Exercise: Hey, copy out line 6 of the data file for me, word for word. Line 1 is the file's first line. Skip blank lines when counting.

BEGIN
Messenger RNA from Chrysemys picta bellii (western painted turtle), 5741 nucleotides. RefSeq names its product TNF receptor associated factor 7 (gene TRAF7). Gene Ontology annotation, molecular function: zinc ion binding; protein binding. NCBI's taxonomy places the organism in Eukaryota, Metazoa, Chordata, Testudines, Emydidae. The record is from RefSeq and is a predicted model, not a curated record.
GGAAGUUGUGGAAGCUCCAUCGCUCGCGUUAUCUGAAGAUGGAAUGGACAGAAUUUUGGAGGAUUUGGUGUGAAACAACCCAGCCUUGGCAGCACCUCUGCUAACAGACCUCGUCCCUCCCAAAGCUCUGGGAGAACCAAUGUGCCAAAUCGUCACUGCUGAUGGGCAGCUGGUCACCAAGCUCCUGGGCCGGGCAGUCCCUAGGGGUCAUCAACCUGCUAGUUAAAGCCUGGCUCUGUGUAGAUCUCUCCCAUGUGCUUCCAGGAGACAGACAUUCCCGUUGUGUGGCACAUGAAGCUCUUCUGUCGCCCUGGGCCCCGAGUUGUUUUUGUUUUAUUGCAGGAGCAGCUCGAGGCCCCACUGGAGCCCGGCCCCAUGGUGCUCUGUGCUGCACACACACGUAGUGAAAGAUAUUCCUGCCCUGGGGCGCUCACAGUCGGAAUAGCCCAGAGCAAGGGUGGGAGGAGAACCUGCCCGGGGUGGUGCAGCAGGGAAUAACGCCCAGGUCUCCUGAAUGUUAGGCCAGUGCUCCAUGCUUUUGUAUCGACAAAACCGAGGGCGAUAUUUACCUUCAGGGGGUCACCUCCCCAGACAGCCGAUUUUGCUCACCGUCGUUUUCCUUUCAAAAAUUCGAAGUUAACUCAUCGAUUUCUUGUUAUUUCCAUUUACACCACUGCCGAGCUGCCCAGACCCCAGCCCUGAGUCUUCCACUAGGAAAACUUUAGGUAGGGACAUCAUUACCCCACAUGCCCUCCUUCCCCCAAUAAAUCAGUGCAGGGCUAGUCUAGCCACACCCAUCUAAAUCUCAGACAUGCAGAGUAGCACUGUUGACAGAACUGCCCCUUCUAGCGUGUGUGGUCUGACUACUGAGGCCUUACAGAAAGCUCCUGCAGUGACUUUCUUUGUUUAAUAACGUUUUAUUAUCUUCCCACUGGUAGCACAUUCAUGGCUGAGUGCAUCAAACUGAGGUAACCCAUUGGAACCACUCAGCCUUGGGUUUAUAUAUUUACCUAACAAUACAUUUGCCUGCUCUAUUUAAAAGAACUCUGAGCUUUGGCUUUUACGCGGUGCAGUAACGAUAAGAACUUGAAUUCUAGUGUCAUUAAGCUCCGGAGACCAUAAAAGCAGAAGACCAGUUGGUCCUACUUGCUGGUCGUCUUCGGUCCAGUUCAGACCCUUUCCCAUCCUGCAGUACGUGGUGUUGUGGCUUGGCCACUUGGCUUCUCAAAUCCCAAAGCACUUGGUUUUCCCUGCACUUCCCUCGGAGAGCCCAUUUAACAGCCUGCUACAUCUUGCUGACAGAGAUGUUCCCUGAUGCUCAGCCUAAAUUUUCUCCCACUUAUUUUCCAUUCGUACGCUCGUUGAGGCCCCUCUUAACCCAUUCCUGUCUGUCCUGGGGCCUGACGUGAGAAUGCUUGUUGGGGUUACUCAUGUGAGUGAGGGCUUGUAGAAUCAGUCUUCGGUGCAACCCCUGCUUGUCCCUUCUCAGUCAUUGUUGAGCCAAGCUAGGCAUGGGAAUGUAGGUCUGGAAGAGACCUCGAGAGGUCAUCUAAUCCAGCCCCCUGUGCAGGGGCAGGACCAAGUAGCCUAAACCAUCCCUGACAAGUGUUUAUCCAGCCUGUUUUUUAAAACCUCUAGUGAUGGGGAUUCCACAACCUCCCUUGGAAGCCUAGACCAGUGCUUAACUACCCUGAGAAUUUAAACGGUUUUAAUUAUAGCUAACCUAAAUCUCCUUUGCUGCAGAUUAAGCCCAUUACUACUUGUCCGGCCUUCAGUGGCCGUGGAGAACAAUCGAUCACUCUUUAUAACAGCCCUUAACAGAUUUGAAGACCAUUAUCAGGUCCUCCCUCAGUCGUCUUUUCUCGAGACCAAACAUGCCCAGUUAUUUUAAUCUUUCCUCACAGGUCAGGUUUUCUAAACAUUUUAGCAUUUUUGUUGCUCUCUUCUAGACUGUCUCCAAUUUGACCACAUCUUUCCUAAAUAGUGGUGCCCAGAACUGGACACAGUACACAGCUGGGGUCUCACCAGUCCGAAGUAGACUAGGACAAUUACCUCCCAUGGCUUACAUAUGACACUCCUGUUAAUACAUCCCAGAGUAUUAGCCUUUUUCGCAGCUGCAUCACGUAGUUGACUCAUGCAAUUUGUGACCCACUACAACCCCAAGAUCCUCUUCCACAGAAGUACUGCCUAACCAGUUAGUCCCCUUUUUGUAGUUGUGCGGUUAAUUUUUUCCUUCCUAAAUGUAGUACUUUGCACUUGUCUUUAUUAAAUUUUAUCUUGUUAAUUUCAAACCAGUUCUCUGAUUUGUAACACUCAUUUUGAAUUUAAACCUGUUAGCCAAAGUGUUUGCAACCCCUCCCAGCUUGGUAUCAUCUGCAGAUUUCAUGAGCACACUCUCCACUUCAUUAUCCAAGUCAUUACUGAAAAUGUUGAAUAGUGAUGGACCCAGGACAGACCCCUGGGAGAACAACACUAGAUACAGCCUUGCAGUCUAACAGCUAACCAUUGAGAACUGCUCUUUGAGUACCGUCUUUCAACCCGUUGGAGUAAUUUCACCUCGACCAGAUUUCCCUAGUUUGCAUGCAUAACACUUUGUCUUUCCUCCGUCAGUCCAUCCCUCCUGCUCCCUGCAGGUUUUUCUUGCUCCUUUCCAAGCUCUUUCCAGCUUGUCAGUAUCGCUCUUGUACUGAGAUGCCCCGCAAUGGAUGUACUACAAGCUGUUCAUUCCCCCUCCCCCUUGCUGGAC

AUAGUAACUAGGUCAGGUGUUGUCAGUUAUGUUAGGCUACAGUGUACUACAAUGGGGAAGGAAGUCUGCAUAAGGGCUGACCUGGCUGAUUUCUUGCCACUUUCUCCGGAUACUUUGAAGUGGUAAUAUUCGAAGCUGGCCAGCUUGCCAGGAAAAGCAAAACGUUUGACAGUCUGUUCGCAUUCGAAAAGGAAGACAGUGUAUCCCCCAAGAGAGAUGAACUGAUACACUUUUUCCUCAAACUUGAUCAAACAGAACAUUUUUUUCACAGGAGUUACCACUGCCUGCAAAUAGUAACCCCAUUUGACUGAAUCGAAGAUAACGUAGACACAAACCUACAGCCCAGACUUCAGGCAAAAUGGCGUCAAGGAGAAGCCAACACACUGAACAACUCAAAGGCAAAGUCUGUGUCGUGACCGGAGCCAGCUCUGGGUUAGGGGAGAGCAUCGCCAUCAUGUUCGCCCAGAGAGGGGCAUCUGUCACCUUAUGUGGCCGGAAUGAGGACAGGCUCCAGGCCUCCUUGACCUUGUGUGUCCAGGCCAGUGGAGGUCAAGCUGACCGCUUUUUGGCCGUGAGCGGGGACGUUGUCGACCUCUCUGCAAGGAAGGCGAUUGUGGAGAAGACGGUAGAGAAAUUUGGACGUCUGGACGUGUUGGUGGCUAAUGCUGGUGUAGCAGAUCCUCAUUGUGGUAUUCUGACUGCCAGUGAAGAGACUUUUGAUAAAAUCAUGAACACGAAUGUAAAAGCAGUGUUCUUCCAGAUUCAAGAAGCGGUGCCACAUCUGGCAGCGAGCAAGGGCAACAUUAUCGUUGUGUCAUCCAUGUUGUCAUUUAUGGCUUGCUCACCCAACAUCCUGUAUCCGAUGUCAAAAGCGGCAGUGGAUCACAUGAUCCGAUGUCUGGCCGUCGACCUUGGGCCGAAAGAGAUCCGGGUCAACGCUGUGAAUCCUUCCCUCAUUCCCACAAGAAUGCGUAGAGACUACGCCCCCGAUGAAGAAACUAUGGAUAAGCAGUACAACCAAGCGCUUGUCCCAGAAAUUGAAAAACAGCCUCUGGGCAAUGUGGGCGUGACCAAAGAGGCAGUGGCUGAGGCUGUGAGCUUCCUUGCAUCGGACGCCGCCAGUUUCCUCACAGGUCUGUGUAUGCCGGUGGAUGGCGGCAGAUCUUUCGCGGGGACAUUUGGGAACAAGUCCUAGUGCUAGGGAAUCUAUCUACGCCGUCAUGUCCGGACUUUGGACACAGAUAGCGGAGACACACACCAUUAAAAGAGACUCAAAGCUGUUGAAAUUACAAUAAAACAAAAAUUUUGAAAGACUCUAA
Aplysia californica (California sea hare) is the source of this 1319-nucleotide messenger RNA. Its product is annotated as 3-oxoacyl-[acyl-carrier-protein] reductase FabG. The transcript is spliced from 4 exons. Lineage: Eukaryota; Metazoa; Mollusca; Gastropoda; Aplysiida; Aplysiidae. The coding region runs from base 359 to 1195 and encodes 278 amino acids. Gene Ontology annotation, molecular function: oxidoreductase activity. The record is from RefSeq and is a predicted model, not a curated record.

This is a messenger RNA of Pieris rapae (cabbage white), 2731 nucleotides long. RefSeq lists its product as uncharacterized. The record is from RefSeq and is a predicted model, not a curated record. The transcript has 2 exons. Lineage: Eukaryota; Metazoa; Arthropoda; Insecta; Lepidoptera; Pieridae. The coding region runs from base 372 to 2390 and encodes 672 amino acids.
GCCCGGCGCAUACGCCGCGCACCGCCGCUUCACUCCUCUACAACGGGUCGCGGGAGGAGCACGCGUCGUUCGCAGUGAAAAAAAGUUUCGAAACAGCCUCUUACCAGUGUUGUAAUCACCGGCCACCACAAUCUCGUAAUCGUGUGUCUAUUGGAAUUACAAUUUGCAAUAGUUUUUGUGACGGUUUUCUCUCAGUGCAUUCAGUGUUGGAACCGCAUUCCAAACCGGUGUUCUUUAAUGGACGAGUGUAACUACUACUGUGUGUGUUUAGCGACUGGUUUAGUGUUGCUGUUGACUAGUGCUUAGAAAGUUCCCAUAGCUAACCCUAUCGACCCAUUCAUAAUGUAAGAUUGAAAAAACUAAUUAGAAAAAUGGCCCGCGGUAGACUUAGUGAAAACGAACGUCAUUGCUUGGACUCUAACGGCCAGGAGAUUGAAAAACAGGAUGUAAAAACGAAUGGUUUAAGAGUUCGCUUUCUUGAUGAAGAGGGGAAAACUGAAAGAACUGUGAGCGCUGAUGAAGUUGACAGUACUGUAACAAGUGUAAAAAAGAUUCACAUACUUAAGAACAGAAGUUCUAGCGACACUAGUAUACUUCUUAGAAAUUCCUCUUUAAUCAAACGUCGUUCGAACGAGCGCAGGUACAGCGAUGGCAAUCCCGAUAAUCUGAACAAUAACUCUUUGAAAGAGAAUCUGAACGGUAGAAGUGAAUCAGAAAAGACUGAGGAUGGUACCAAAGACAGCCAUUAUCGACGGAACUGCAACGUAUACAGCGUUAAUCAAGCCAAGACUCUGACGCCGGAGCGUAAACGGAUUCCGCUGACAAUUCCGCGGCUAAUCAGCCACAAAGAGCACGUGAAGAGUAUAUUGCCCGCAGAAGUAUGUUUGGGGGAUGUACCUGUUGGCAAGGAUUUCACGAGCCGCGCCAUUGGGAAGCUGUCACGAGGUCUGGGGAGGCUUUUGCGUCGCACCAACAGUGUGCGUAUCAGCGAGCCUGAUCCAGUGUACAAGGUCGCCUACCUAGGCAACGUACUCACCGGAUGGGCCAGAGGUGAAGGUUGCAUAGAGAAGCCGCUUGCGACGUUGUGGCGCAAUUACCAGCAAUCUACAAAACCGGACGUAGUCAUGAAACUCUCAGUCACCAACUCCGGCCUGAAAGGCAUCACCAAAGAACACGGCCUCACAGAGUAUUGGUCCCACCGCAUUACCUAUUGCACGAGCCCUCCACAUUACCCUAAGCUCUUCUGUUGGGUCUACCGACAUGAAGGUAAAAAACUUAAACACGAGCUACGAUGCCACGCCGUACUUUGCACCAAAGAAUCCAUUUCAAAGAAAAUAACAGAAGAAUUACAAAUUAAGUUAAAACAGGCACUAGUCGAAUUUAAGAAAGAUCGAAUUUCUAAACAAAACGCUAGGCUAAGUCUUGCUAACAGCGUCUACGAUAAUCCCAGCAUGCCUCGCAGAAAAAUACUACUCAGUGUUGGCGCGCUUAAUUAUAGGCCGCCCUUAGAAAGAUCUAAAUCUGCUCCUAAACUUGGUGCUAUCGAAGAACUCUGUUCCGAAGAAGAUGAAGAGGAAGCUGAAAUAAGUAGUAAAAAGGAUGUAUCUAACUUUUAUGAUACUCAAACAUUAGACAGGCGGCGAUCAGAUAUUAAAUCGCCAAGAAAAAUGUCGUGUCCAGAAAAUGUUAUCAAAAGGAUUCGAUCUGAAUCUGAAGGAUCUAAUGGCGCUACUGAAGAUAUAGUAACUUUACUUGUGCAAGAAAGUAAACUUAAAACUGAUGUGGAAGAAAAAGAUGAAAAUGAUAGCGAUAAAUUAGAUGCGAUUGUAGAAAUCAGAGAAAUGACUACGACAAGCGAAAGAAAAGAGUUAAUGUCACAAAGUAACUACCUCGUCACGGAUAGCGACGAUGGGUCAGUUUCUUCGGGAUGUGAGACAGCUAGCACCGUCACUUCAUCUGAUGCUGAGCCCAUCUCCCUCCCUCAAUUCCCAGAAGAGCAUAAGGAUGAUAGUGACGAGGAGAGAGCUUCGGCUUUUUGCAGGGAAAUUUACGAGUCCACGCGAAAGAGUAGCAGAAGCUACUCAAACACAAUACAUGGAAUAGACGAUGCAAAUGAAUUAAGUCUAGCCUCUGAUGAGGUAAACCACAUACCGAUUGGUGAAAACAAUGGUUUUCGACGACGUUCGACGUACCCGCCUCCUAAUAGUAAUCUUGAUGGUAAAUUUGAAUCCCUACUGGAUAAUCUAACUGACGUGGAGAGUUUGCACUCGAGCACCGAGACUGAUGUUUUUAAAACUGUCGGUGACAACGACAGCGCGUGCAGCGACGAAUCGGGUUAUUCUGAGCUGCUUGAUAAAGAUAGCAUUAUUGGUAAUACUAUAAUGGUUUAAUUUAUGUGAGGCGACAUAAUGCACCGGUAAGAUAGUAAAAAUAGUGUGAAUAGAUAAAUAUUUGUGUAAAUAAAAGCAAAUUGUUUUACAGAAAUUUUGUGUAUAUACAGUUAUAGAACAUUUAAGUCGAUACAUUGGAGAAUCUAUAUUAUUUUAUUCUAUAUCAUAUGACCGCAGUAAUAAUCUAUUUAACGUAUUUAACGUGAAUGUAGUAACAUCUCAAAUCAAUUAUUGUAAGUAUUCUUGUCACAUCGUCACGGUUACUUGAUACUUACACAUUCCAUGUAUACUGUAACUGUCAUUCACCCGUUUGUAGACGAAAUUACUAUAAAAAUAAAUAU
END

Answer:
GCCCGGCGCAUACGCCGCGCACCGCCGCUUCACUCCUCUACAACGGGUCGCGGGAGGAGCACGCGUCGUUCGCAGUGAAAAAAAGUUUCGAAACAGCCUCUUACCAGUGUUGUAAUCACCGGCCACCACAAUCUCGUAAUCGUGUGUCUAUUGGAAUUACAAUUUGCAAUAGUUUUUGUGACGGUUUUCUCUCAGUGCAUUCAGUGUUGGAACCGCAUUCCAAACCGGUGUUCUUUAAUGGACGAGUGUAACUACUACUGUGUGUGUUUAGCGACUGGUUUAGUGUUGCUGUUGACUAGUGCUUAGAAAGUUCCCAUAGCUAACCCUAUCGACCCAUUCAUAAUGUAAGAUUGAAAAAACUAAUUAGAAAAAUGGCCCGCGGUAGACUUAGUGAAAACGAACGUCAUUGCUUGGACUCUAACGGCCAGGAGAUUGAAAAACAGGAUGUAAAAACGAAUGGUUUAAGAGUUCGCUUUCUUGAUGAAGAGGGGAAAACUGAAAGAACUGUGAGCGCUGAUGAAGUUGACAGUACUGUAACAAGUGUAAAAAAGAUUCACAUACUUAAGAACAGAAGUUCUAGCGACACUAGUAUACUUCUUAGAAAUUCCUCUUUAAUCAAACGUCGUUCGAACGAGCGCAGGUACAGCGAUGGCAAUCCCGAUAAUCUGAACAAUAACUCUUUGAAAGAGAAUCUGAACGGUAGAAGUGAAUCAGAAAAGACUGAGGAUGGUACCAAAGACAGCCAUUAUCGACGGAACUGCAACGUAUACAGCGUUAAUCAAGCCAAGACUCUGACGCCGGAGCGUAAACGGAUUCCGCUGACAAUUCCGCGGCUAAUCAGCCACAAAGAGCACGUGAAGAGUAUAUUGCCCGCAGAAGUAUGUUUGGGGGAUGUACCUGUUGGCAAGGAUUUCACGAGCCGCGCCAUUGGGAAGCUGUCACGAGGUCUGGGGAGGCUUUUGCGUCGCACCAACAGUGUGCGUAUCAGCGAGCCUGAUCCAGUGUACAAGGUCGCCUACCUAGGCAACGUACUCACCGGAUGGGCCAGAGGUGAAGGUUGCAUAGAGAAGCCGCUUGCGACGUUGUGGCGCAAUUACCAGCAAUCUACAAAACCGGACGUAGUCAUGAAACUCUCAGUCACCAACUCCGGCCUGAAAGGCAUCACCAAAGAACACGGCCUCACAGAGUAUUGGUCCCACCGCAUUACCUAUUGCACGAGCCCUCCACAUUACCCUAAGCUCUUCUGUUGGGUCUACCGACAUGAAGGUAAAAAACUUAAACACGAGCUACGAUGCCACGCCGUACUUUGCACCAAAGAAUCCAUUUCAAAGAAAAUAACAGAAGAAUUACAAAUUAAGUUAAAACAGGCACUAGUCGAAUUUAAGAAAGAUCGAAUUUCUAAACAAAACGCUAGGCUAAGUCUUGCUAACAGCGUCUACGAUAAUCCCAGCAUGCCUCGCAGAAAAAUACUACUCAGUGUUGGCGCGCUUAAUUAUAGGCCGCCCUUAGAAAGAUCUAAAUCUGCUCCUAAACUUGGUGCUAUCGAAGAACUCUGUUCCGAAGAAGAUGAAGAGGAAGCUGAAAUAAGUAGUAAAAAGGAUGUAUCUAACUUUUAUGAUACUCAAACAUUAGACAGGCGGCGAUCAGAUAUUAAAUCGCCAAGAAAAAUGUCGUGUCCAGAAAAUGUUAUCAAAAGGAUUCGAUCUGAAUCUGAAGGAUCUAAUGGCGCUACUGAAGAUAUAGUAACUUUACUUGUGCAAGAAAGUAAACUUAAAACUGAUGUGGAAGAAAAAGAUGAAAAUGAUAGCGAUAAAUUAGAUGCGAUUGUAGAAAUCAGAGAAAUGACUACGACAAGCGAAAGAAAAGAGUUAAUGUCACAAAGUAACUACCUCGUCACGGAUAGCGACGAUGGGUCAGUUUCUUCGGGAUGUGAGACAGCUAGCACCGUCACUUCAUCUGAUGCUGAGCCCAUCUCCCUCCCUCAAUUCCCAGAAGAGCAUAAGGAUGAUAGUGACGAGGAGAGAGCUUCGGCUUUUUGCAGGGAAAUUUACGAGUCCACGCGAAAGAGUAGCAGAAGCUACUCAAACACAAUACAUGGAAUAGACGAUGCAAAUGAAUUAAGUCUAGCCUCUGAUGAGGUAAACCACAUACCGAUUGGUGAAAACAAUGGUUUUCGACGACGUUCGACGUACCCGCCUCCUAAUAGUAAUCUUGAUGGUAAAUUUGAAUCCCUACUGGAUAAUCUAACUGACGUGGAGAGUUUGCACUCGAGCACCGAGACUGAUGUUUUUAAAACUGUCGGUGACAACGACAGCGCGUGCAGCGACGAAUCGGGUUAUUCUGAGCUGCUUGAUAAAGAUAGCAUUAUUGGUAAUACUAUAAUGGUUUAAUUUAUGUGAGGCGACAUAAUGCACCGGUAAGAUAGUAAAAAUAGUGUGAAUAGAUAAAUAUUUGUGUAAAUAAAAGCAAAUUGUUUUACAGAAAUUUUGUGUAUAUACAGUUAUAGAACAUUUAAGUCGAUACAUUGGAGAAUCUAUAUUAUUUUAUUCUAUAUCAUAUGACCGCAGUAAUAAUCUAUUUAACGUAUUUAACGUGAAUGUAGUAACAUCUCAAAUCAAUUAUUGUAAGUAUUCUUGUCACAUCGUCACGGUUACUUGAUACUUACACAUUCCAUGUAUACUGUAACUGUCAUUCACCCGUUUGUAGACGAAAUUACUAUAAAAAUAAAUAU